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The Squeak Image
NOTE: This page is still under construction
- Dan Ingalls 4/28/99
A Squeak Archaeologist's Tool Kit
Many newcomers to Squeak never quite feel at home in a Squeak image. They are comfortable with programs stored as source code and manipulated through a browser, and with objects stored as structures and viewed through inspectors, but the rest of the Squeak environment remains somewhat of a mystery.
Actually, the structure of a Squeak image is quite simple, and there are many tools available for exploring and manipulating that structure. Moreover there are tools for locating and dealing with even the most perverse misconstructions that can result from errors or other unforseen situations.
The Smalltalk dictionary
There is one key global variable in Squeak, and it is called, for obvious historical reasons, Smalltalk. Smalltalk is a dictionary of all global variables in the Squeak system (including itself), and almost all of these are references to classes. Unless you take special pains to the contrary, defining a new class will cause its name to be entered as a global variable in Smalltalk.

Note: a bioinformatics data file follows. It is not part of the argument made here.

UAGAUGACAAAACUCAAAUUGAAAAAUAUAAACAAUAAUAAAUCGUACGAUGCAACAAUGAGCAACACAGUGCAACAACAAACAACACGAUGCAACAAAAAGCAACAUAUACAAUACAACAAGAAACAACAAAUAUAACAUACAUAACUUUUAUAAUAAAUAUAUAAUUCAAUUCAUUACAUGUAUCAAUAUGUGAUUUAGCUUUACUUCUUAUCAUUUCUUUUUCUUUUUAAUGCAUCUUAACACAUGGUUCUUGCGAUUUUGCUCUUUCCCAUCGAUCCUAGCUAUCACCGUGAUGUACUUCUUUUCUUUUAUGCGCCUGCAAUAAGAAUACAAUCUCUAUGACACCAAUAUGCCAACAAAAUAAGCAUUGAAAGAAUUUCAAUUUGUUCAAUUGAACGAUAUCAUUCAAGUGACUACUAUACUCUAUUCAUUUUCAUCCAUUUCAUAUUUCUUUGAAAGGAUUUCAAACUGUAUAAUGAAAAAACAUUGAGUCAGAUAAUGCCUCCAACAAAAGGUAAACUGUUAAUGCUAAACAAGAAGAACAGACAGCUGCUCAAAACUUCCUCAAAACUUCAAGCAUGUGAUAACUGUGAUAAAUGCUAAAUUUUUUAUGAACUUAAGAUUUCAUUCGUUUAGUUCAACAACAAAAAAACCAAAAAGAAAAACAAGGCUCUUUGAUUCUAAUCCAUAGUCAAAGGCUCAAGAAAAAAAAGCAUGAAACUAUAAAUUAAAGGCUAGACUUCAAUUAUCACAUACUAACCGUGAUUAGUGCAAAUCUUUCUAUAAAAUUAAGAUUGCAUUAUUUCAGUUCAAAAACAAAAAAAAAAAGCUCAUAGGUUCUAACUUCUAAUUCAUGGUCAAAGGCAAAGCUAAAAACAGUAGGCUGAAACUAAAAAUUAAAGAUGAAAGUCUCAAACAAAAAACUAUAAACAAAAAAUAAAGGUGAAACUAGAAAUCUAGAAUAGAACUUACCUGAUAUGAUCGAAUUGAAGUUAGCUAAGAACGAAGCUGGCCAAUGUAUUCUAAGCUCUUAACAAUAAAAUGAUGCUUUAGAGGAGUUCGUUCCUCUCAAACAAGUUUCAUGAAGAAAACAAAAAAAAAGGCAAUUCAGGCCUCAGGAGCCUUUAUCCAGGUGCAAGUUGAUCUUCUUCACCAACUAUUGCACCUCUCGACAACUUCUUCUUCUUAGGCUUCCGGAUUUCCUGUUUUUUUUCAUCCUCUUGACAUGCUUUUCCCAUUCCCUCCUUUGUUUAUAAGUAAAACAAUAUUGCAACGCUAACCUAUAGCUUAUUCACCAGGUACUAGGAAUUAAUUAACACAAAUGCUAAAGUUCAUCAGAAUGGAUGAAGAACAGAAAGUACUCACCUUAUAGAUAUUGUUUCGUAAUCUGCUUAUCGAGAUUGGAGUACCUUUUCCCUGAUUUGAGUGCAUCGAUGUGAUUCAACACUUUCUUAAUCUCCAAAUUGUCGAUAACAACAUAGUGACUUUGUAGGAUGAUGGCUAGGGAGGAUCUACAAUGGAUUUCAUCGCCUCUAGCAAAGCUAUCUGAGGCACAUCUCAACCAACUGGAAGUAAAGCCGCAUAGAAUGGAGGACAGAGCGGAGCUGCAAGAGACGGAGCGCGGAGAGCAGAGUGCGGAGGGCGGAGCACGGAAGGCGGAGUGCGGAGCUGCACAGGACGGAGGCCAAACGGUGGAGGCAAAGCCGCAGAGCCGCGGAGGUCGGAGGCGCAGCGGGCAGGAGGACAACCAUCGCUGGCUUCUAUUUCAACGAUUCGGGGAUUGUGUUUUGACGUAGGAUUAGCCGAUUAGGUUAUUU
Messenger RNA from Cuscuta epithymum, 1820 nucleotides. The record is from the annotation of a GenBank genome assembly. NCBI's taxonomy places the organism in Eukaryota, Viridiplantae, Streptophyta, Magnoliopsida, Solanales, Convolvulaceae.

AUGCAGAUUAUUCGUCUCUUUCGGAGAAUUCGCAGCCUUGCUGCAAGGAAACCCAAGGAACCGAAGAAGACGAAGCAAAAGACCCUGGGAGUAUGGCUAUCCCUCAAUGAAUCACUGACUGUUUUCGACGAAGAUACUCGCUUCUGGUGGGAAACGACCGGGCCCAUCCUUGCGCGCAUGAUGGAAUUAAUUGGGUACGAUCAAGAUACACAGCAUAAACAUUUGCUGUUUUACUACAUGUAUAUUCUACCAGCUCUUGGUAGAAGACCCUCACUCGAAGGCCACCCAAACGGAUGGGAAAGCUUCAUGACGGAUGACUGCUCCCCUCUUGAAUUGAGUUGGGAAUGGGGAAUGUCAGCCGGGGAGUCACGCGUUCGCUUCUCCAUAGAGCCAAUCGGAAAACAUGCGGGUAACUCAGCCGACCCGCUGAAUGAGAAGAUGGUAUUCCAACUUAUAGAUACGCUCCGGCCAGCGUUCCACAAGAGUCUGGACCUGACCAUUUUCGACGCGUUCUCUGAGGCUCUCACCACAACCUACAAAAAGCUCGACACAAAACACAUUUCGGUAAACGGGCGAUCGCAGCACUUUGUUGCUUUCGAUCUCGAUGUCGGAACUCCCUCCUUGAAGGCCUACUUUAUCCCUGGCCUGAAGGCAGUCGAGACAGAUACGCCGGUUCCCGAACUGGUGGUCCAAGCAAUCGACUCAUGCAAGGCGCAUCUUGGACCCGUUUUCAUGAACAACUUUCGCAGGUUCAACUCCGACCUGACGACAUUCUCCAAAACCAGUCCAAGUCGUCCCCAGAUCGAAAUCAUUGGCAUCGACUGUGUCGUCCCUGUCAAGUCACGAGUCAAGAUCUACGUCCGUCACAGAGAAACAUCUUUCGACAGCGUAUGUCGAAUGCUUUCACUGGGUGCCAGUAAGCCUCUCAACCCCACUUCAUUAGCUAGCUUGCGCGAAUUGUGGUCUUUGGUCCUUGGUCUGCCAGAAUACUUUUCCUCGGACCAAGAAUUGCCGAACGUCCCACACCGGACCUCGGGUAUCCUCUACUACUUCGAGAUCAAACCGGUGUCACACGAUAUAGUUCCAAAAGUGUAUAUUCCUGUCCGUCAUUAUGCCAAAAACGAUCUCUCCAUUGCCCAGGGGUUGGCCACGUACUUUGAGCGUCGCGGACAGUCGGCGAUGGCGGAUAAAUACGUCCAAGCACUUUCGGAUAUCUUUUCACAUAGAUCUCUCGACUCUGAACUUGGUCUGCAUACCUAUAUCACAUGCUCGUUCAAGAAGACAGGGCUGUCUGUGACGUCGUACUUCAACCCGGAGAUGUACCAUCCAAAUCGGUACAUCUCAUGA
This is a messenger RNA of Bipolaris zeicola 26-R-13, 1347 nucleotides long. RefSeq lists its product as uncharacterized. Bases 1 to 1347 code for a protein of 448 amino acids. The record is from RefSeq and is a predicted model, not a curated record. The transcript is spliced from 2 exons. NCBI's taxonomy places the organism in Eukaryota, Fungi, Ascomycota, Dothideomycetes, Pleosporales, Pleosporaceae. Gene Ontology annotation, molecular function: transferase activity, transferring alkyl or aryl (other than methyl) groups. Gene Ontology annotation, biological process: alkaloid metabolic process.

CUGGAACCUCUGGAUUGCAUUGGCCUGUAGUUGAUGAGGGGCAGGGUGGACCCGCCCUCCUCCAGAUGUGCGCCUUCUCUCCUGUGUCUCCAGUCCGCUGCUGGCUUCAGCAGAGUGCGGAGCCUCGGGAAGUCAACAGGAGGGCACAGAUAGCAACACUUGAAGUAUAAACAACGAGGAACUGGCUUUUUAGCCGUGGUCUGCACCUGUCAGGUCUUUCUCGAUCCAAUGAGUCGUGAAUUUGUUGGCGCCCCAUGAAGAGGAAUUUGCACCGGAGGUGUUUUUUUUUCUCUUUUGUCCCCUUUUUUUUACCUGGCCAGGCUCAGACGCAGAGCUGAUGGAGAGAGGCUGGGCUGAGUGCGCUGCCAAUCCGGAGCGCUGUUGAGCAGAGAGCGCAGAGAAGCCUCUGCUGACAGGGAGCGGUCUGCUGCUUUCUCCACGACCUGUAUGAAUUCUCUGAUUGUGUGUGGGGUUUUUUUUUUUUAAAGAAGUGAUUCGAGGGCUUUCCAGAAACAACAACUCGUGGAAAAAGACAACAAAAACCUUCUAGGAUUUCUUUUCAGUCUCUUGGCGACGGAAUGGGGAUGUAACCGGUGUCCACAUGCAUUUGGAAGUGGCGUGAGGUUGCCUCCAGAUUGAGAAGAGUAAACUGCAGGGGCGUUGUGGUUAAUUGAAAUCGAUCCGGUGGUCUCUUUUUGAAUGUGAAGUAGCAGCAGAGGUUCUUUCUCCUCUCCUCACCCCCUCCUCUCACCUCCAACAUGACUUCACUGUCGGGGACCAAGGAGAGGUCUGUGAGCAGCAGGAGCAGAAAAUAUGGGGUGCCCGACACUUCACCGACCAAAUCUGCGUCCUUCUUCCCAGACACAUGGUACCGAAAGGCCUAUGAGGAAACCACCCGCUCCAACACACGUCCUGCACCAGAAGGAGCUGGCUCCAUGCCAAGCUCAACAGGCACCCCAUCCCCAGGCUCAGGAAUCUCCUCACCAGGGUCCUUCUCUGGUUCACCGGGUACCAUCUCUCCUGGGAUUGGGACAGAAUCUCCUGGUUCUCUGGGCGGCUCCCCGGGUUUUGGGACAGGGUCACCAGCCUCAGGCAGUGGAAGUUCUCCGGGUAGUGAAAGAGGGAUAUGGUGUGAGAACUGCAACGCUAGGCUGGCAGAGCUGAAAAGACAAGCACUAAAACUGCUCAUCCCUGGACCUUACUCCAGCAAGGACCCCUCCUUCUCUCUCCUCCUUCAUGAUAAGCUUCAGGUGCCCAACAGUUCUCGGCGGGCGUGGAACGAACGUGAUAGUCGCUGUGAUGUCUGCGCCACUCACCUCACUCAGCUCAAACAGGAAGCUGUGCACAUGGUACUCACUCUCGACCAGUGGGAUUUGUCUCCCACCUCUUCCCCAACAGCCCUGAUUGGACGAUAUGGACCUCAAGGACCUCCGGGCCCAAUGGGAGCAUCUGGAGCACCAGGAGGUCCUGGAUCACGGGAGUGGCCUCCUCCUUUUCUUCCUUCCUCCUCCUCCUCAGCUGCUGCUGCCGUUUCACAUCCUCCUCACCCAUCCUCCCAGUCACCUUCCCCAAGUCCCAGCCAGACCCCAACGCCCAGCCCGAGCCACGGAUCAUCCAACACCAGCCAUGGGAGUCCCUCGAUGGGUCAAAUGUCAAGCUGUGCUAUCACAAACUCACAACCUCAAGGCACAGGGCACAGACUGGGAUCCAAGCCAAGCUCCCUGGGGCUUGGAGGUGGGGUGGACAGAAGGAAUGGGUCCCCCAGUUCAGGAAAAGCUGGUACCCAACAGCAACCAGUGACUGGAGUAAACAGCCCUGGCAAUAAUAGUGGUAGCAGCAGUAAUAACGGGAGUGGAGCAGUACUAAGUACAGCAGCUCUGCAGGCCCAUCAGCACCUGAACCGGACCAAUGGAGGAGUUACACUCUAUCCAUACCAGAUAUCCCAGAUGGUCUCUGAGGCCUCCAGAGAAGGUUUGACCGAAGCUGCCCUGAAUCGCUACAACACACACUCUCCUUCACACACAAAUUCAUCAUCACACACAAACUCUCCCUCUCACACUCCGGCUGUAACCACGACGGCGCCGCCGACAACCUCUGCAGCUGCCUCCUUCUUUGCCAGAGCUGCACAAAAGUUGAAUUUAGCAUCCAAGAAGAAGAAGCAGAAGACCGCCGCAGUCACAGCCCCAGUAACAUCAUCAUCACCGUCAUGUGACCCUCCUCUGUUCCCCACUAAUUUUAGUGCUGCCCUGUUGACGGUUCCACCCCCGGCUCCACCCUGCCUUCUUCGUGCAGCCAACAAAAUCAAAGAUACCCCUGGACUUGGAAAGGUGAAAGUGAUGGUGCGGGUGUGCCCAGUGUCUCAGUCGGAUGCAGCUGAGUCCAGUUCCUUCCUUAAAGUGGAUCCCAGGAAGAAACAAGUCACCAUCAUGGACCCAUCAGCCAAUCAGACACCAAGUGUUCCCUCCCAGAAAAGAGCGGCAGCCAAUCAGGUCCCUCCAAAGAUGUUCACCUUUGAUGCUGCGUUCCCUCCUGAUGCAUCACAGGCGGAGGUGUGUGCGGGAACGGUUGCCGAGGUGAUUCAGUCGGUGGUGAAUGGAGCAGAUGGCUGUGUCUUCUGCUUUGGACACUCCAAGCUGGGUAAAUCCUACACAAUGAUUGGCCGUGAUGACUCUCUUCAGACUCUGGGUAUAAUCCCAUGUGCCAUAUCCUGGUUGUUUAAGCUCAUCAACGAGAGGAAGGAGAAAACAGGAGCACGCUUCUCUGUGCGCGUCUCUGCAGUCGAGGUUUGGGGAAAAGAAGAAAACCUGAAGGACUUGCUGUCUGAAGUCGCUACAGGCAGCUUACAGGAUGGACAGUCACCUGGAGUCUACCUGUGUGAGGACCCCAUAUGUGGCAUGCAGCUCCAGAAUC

Note that Smalltalk is actually an instance of a subclass of Dictionary called SystemDictionary. It behaves almost exactly the way other dictionaries do, but lots of useful methods are defined in SystemDictionary and can thus be invoked by executing a statment like "Smalltalk,
All globals that are not classes can be enumerated by the do-it in SystemDictionary's class comment (there is one! ;-)...
Smalltalk keys select: [:k | ((Smalltalk at: k) isKindOf: Class) not]
thenCollect: [:k | k -> (Smalltalk at: k) class]
In the Version 2.3 image, this produces a Set containing...
Building images from scratch
If one wanted to build a Smalltalk image starting from only the system sources, one could do so by creating an empty dictionary object, compiling all the classes into it (this would require a pre-existing compiler), and then initializing all the class dictionaries and the global variables above. Most class variable dictionaries get properly initialized by an 'initialize' method, and most of the globals have a method somewhere for creating and initializing them as well. To find these methods, inspect Smalltalk itself, select the global in question, and then invoke the 'references' command from the variable list menu.
The Squeak team never builds a system in this manner because we find it easier to work with a running system all the time. For the very rare cases in which this is not possible (changing the formats in the ObjectMemory, for instance), we use a special tool called the SystemTracer. The SystemTracer builds an image from scratch, but working from an existing system, not from the source code files.